Discount on acclaimed new book about giving!
- Why are there so many charities?
- Don’t spread the love with your Christmas charity giving
- How we could can impact measurement more useful
- What makes philanthropy succeed? – potentially revealing analysis
- When charitable donations cost more than they give
- Creating a sector-wide research agenda: Industrial Farm Animal Production
- What is evidence-based giving and why does it matter?
- Avoiding waste in medical research
- What would have happened otherwise?
- The evidence system in the mental health charity sector
- Why do so few charities have their meetings in public?
- Be a flexible friend
- Admin costs (9)
- Analysing giving (8)
- Books (7)
- Corporate philanthropy (6)
- Donor behaviour & giving stats (23)
- Effective giving (52)
- Fundraising (18)
- Great charities (18)
- Impact & evaluation (59)
- Mergers (2)
- meta-research (6)
- Promoting giving (5)
- Tax and governance (7)
- transparency (2)
- Uncategorized (68)
Category Archives: meta-research
Funders’ reporting and evaluation systems are rarely loved: they are more often regarded as compliance or ‘policing’. But not so for the Inter-American Foundation apparently: IAF received better feedback from its grantees on its reporting and evaluation system than have … Continue reading →
Many charities’ theory of change is: ‘here’s that document you didn’t ask for’ I want to introduce you to someone: the Magic Impact Fairy. Her job is to take all the research that people do and the reports they write, … Continue reading →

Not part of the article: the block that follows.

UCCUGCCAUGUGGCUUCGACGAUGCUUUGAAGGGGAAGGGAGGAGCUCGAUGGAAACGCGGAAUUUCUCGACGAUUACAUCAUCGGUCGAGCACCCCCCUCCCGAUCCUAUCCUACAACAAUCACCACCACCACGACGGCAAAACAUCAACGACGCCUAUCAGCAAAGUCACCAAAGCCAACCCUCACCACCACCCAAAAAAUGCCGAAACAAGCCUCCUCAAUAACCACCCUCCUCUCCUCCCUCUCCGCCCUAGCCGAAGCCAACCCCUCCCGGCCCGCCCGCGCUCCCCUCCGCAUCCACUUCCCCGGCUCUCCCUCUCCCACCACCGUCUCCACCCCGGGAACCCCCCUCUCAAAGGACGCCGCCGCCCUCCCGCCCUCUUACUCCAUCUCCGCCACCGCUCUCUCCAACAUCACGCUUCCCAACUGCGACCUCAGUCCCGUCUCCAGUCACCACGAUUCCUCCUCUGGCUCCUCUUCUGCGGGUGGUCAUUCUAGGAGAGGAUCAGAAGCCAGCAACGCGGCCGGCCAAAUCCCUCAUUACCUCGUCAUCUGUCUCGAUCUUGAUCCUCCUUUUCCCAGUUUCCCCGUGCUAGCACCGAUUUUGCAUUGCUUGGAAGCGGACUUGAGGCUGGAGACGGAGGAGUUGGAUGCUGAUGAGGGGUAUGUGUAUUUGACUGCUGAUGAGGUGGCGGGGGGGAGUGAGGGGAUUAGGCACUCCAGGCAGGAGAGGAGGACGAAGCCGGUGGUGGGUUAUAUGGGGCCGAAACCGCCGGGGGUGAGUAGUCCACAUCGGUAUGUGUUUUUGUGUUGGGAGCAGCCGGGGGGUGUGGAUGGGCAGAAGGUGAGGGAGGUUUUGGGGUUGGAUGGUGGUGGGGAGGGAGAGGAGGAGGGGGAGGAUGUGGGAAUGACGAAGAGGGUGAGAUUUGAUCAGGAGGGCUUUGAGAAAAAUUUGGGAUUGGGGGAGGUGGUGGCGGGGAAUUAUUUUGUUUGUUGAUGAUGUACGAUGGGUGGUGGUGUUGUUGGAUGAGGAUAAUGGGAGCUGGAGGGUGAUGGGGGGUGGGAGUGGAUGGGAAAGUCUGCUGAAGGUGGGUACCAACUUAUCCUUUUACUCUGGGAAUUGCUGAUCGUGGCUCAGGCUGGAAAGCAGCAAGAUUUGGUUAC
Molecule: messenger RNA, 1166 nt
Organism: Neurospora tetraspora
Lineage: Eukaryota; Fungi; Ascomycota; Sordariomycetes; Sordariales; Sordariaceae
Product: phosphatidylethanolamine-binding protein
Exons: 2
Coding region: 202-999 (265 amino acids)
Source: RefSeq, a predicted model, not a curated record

Most charities hate the reporting which funders make them do. Notionally a learning process, it’s often just compliance, box-ticking and a dead-weight cost. But not so apparently for the Inter-American Foundation, an independent US government agency which grant-funds citizen-led community … Continue reading →
A flawed study on deworming children—and new studies that expose its errors—reveal why activists and philanthropists alike need safeguards. The book Zen and the Art of Motorcycle Maintenance, of all things, offers a critically important message for people who work … Continue reading →
The short answer is no. At first sight, it seems that randomized controlled trials (RCTs) and Constituent Voice (CV: a good way of gathering feedback from programme beneficiaries or grantees) could substitute for each other because they both seek to … Continue reading →
This was first published by our friends at Evidence Matters. It’s hard to make evidence-based decisions if much of the evidence is missing, ropey, unclear or you can’t find it. Charities produce masses of evidence about their effectiveness but Giving Evidence … Continue reading →